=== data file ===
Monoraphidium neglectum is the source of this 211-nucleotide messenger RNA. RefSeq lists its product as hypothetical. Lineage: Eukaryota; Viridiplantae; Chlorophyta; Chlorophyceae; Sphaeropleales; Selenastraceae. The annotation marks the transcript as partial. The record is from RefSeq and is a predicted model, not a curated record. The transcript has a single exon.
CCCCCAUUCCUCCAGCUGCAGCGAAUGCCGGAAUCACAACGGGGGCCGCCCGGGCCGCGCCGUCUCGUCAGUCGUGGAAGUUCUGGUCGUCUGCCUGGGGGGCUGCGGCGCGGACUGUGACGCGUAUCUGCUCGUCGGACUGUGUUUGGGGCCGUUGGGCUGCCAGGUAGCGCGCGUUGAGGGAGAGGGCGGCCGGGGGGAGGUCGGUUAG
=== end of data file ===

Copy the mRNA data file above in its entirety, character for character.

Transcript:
Monoraphidium neglectum is the source of this 211-nucleotide messenger RNA. RefSeq lists its product as hypothetical. Lineage: Eukaryota; Viridiplantae; Chlorophyta; Chlorophyceae; Sphaeropleales; Selenastraceae. The annotation marks the transcript as partial. The record is from RefSeq and is a predicted model, not a curated record. The transcript has a single exon.
CCCCCAUUCCUCCAGCUGCAGCGAAUGCCGGAAUCACAACGGGGGCCGCCCGGGCCGCGCCGUCUCGUCAGUCGUGGAAGUUCUGGUCGUCUGCCUGGGGGGCUGCGGCGCGGACUGUGACGCGUAUCUGCUCGUCGGACUGUGUUUGGGGCCGUUGGGCUGCCAGGUAGCGCGCGUUGAGGGAGAGGGCGGCCGGGGGGAGGUCGGUUAG